Senior members of the Saudi royal family have disparaged the United States on Syria and voiced their skepticism of the rapprochement with Iran.
Saudi frustration has become so intense that the kingdom took the unprecedented step of turning down a seat on the U.N. Security Council to protest inaction on Syria, and last week announced a $3 billion gift to the Lebanese army to help it battle extremists.
While publicly welcoming Kerry's peace efforts, Israeli Prime Minister Benjamin Netanyahu has campaigned against his diplomacy with Iran and tried to scuttle it.
Some, including current and former U.S. officials, worry that even the perception of disengagement is problematic and counterproductive. Their litany of complaints stretches from North Africa to Central Asia, and includes:
• a failure to carry through on threats to punish Syrian President Bashar Assad's government for its use of chemical weapons.
• not taking a tougher stand on the ouster of Egyptian President Mohammed Morsi.
• not insisting on keeping a residual force in Iraq or offering greater support to the Iraqi government earlier.
• an inability to seal the deal to keep some troops in Afghanistan after 2014.
• seeking out a partnership with Iran while de-emphasizing engagement with nascent democracies in Tunisia and Libya.
The administration has adopted an "uncertain tone" in Iraq that has left a negative impression that is seen "so often in this region," James F. Jeffrey, an ex-senior State Department official and ambassador to Baghdad, wrote in an essay this past week.
The administration is "seemingly signaling to everyone that 'Job One' is not getting us in any sort of military engagement — not just some new Vietnam, but any new cruise missile raid, or small continuing military presence in Afghanistan, or perhaps a few dozen uniformed U.S. (counterterrorism) experts to advise Iraqis on how to take down al-Qaida in Fallujah," Jeffrey said. "The result has been an extraordinary collapse of our credibility in the region, despite many commendable administration actions."
Jeffrey makes the case that the administration seems to be trying to insulate itself from criticism and in doing so is actually sending the wrong message.
"What goes missing with such a focus is empathy for the impact our words have on foreigners — our allies, partners, and foes around the world," he wrote. "They are also an audience, and the former two keep 'voting with their feet,' from turning down Security Council Seats to any given Tel Aviv news conference. Until this all changes, chaos will continue to threaten us, in the Middle East and elsewhere."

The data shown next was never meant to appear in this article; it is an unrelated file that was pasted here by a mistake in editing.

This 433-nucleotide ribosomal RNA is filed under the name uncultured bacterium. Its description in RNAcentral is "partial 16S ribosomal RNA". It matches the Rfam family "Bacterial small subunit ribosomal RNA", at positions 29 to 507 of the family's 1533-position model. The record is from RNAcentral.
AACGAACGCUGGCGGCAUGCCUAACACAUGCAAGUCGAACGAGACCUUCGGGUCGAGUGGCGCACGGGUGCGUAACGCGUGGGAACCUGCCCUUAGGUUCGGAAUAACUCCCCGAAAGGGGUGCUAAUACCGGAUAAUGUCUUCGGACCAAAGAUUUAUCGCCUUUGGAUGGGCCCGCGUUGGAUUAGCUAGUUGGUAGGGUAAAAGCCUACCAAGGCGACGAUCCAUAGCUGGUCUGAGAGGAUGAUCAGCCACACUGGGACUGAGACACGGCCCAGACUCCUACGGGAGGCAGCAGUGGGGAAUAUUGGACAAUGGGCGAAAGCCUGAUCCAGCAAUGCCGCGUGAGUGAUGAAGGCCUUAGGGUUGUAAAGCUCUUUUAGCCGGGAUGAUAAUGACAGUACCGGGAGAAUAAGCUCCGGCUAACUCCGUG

The administration adamantly rejects such complaints.
"The policy of the administration is that diplomacy should be the first option," State Department spokeswoman Jen Psaki said Friday. She noted that Obama and Kerry have restarted the Middle East peace talks, opened direct talks with Iran and moved to rid Syria of chemical weapons without military strikes.
Just this weekend, she pointed out, Kerry will be meeting with Syrian opposition supporters and Arab League officials in Paris to discuss Syria and the peace process.
"To argue that we are not actively engaged in diplomatic efforts around the world is completely inaccurate and is baseless," Psaki said.
"The issue with some of these (complaints) is it seems to equate engagement with military action, and engagement should not be measured by military action. Diplomacy is our first priority. ... It's never in our interests to have troops in the middle of every single conflict in the Middle East or to be permanently involved in open-ended wars in the Middle East."
Observers such as Jeffrey suggest that reasoning is too narrow.
The administration "conflates any military action with Vietnam, Iraq and Afghanistan as if it's all a slippery slope — and it isn't," he said. "They haven't sorted out the difference between total war and using military forces intelligently — from the air, from ships, using special forces, using aid, giving weapons, helping people with advice. That's what we need to do. And there is no easy answer."
Diplomatic Writer Matthew Lee has covered international affairs and U.S. foreign policy since 1999 and for The Associated Press since 2007.